Every day, people who are just starting out in their career or who have been at it for under 5 years and are still figuring out the ins-and-outs and ropes of the industry come to me and ask me, “Morgan, what is the most important thing I do, to grow my agency?”, one too many young real estate agent has asked me.
And to answer that, I usually need a drink! Lots to say–both as standard advice, as best practices, but also for each individual agent, it is very different.
But today I want to focus on one of the best pieces of advice for younger agents: find a mentor. Having a world-class mentor is the least repeated but most important advice I can give to anyone out there.
And hint: not only for real estate agents. The same holds true… in any profession or any mission you want to excel at.
Just pretend you were in a different industry, like a designer. How do you become a great designer? You can work hard, you can practice a lot, you can define a unique style and push it yourself, and so forth. But just imagine you worked closely with (and under, as a mentee) one of the greatest designers out there? You would see, day in and day out, how he or she thinks and acts, how he or she makes decisions, how he or she deals with challenges and problems. You’ll start noticing patterns, even subtle and subconscious ones that, taken together, make the designer a great designer.
And the same applies just as much so for real estate agents as well.
Work side by side (well, under–but the same, for our purposes here) an amazing real estate agent. You’ll start learning very quickly from him or her, just watching him or her in action. As a successful agent, your mentor will have a great nose and a great sense of what leads to follow and what not to, how to talk to potential leads, lines to use to help charm them, the pitfalls to watch out for and the technical details to be on top of, and so forth.
Sold? I’ll oversell: the historical angle makes it more interesting. I happened to write my university thesis on the history of the elite universities and something I learned that I still remember (since I’ve forgotten like 99% of what I’ve learned!) is that, to simplify a complex story, for most of history, almost all “professionals” learned as mentees. They used to go by another name: “apprentices, a word mostly forgotten except by a hit TV show once upon a time. But the way doctors and lawyers and anyone learned was just spending a few years working side by side a great doctor or lawyer. Then universities came along and figured out how to get everyone to get their stamp first; but I’m a fan of the older system. Apprenticeships are a super-power fast-track to amazing learning that it would take you 20 years of experience to get otherwise.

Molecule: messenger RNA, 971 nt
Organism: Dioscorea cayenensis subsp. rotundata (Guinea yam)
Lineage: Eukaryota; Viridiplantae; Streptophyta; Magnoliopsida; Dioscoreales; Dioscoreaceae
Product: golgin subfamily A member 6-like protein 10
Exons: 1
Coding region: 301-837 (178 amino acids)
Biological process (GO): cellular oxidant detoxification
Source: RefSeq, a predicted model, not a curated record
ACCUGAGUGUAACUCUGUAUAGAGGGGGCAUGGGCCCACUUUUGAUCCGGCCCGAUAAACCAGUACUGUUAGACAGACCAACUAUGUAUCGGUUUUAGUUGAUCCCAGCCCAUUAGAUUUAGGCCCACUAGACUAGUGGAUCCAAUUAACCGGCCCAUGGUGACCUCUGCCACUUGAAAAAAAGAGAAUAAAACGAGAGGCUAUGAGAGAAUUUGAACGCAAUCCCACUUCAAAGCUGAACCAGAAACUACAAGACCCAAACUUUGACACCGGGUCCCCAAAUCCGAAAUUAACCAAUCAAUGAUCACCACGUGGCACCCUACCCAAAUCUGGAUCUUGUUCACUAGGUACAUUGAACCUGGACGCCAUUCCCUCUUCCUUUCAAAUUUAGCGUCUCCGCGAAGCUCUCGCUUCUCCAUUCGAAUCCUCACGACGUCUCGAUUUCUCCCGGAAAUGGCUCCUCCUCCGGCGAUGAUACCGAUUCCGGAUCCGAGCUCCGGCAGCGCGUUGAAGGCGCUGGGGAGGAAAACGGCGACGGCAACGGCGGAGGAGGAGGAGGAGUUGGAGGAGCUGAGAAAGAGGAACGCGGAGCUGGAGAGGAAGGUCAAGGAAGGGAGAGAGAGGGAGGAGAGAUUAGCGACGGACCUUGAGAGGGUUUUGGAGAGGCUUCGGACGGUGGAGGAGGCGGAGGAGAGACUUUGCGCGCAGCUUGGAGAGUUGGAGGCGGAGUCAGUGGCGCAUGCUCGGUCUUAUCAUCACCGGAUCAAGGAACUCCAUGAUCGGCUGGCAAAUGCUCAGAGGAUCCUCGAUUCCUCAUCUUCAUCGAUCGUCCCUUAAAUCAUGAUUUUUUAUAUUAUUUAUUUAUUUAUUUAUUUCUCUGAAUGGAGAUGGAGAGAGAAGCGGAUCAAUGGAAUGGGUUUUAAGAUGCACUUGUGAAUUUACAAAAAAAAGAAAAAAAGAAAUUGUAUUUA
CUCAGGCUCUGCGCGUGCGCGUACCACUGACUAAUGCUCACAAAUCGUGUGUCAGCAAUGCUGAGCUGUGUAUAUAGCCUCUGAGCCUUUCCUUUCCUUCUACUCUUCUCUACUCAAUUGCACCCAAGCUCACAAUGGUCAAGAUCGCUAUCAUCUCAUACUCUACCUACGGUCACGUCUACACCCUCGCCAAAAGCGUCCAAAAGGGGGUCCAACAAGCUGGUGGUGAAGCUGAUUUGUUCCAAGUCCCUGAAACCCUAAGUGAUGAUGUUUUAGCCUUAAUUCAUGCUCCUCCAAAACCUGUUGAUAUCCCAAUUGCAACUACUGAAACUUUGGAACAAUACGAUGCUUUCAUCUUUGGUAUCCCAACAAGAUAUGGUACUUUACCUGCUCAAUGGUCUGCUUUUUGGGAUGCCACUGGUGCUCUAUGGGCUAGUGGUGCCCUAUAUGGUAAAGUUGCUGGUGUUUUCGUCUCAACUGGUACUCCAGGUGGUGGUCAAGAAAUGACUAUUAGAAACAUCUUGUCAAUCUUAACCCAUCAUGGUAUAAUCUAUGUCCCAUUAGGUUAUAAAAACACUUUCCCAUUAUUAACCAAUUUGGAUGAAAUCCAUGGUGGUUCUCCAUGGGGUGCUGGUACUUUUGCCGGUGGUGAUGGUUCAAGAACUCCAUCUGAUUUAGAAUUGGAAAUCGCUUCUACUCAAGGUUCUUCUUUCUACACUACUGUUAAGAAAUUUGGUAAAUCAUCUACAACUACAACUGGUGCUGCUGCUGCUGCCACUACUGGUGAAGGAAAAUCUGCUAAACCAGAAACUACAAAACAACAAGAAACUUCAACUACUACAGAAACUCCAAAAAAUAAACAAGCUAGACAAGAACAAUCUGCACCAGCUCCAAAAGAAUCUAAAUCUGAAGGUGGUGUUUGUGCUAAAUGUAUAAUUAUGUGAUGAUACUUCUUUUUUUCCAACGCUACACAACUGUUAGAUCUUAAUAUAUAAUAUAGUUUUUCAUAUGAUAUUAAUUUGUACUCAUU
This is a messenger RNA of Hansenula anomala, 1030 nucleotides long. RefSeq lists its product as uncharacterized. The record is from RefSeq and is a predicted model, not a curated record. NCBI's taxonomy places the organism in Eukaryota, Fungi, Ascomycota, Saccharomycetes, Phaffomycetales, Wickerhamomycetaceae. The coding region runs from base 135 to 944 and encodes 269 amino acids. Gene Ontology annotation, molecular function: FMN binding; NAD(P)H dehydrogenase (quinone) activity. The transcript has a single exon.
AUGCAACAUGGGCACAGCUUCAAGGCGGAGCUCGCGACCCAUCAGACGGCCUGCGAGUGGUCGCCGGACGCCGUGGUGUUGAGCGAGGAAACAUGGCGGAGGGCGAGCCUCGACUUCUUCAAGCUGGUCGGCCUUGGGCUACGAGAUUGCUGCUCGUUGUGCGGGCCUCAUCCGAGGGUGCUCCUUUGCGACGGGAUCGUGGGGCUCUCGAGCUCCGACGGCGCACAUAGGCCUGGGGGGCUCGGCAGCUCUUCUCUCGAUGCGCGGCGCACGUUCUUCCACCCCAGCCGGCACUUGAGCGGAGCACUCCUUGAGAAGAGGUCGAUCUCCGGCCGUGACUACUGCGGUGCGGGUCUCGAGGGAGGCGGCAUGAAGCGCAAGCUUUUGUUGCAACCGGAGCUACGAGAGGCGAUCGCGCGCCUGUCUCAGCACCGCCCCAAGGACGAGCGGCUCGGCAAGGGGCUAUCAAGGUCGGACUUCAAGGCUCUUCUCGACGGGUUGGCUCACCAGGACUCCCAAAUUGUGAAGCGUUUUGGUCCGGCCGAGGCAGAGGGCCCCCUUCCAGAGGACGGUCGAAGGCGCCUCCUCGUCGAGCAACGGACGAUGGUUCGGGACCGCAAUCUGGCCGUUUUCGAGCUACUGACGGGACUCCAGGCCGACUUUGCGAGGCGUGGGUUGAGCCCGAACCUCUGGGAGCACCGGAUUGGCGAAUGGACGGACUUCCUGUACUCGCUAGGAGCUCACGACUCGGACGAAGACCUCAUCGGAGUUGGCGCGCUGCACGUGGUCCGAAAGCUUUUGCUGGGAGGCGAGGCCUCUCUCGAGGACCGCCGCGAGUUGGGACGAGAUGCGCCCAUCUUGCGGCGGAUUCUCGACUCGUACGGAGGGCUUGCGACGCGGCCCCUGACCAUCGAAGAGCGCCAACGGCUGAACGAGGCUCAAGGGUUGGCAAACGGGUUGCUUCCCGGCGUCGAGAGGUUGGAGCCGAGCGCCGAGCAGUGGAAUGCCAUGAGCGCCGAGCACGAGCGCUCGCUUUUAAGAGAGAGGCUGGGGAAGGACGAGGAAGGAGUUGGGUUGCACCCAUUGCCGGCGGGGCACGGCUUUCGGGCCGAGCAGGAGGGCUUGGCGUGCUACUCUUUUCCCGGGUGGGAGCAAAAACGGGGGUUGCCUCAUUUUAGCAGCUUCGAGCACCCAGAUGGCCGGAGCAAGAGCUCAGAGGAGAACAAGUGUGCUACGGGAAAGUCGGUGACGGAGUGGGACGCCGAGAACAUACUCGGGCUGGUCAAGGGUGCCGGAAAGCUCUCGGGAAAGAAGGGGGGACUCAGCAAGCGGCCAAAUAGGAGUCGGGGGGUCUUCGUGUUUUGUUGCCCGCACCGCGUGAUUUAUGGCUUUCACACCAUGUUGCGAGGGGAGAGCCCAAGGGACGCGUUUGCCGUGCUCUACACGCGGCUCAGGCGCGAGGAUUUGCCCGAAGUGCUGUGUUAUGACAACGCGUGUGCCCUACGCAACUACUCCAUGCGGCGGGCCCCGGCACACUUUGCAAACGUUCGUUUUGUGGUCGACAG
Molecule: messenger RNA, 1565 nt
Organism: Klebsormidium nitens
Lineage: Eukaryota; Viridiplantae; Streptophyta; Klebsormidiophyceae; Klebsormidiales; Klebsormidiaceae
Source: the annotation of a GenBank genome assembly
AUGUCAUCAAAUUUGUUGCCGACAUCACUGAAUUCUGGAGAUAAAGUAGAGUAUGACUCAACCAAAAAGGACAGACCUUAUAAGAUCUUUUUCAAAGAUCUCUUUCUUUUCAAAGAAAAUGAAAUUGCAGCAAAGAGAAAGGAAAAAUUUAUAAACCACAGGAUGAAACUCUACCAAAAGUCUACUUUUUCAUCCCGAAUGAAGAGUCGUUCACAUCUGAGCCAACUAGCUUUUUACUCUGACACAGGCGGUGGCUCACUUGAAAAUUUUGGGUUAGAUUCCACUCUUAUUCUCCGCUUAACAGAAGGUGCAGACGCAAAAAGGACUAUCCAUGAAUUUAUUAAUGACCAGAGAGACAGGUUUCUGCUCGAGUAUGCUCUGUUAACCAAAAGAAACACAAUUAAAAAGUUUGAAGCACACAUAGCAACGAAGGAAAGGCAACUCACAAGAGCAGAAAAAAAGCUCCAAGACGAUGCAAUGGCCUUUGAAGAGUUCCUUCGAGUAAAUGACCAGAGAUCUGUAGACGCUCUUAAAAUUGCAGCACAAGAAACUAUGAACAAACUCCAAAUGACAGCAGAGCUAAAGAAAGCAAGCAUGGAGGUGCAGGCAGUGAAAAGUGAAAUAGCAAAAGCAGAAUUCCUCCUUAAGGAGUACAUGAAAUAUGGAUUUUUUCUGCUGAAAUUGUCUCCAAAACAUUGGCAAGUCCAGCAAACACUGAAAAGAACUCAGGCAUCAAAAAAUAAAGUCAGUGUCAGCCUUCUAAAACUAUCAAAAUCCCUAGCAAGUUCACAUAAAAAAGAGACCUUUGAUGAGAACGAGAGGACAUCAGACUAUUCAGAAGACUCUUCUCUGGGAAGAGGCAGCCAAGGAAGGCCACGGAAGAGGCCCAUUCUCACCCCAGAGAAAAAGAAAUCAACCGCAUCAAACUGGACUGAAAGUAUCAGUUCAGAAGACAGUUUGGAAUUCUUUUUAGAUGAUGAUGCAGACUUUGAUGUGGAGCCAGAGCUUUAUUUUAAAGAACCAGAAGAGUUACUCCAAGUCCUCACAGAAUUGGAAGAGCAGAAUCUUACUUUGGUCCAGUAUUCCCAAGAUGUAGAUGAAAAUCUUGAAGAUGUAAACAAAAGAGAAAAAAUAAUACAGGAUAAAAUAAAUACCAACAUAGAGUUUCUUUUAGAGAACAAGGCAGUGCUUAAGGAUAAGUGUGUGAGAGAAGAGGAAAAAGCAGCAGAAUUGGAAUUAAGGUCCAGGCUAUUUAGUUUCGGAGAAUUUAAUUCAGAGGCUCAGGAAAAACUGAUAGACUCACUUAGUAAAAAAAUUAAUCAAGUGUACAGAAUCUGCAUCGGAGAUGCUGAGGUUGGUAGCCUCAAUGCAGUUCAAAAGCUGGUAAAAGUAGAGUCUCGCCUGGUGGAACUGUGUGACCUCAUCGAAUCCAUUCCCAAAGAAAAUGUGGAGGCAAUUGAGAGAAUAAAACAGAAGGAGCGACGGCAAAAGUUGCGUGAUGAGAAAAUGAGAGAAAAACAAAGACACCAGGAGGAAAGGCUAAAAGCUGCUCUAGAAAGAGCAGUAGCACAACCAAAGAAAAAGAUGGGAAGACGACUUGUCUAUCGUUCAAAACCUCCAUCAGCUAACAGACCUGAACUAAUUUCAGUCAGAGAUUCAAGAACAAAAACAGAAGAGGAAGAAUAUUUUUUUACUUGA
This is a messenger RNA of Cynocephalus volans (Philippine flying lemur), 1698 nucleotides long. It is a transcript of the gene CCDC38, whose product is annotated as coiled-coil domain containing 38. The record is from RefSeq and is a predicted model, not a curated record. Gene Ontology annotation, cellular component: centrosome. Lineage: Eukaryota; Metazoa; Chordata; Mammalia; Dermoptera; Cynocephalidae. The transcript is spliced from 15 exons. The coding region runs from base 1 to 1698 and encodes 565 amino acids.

So how, young man, do you go about becoming a mentee to a great agent?
It’s not as hard as it seems, because if you look at it this way: if you’re willing to [a] do the grunt work that he doesn’t want to do (after all, he’s at the height of his career and won’t want to do the grunt work, and you’re at the start of yours, so you’ll have to do it anyway!), and [b] you happily work with a commission split that is heavily tilted in his favor–who wouldn’t say yes to that?
Of course, the downside to this approach is that, with a commission split tilted in his favor, you’ll make less money. But that’s fine because your goal is to become a sponge and learn learn learn. Indeed, you’ll learn so much, it might even be worth it to do it for free. Even I myself, sometimes want to be an intern to the masters of the universe to learn from them how they do it!
Finally, a pro-tip: even if your commission split is tiny, make sure you’re listed alongside him on the listings. Co-listings, for the win. This is an important detail because, in addition to the learning, you’ll start building up an official track record and it’s hard for me to think of a better starting point than this.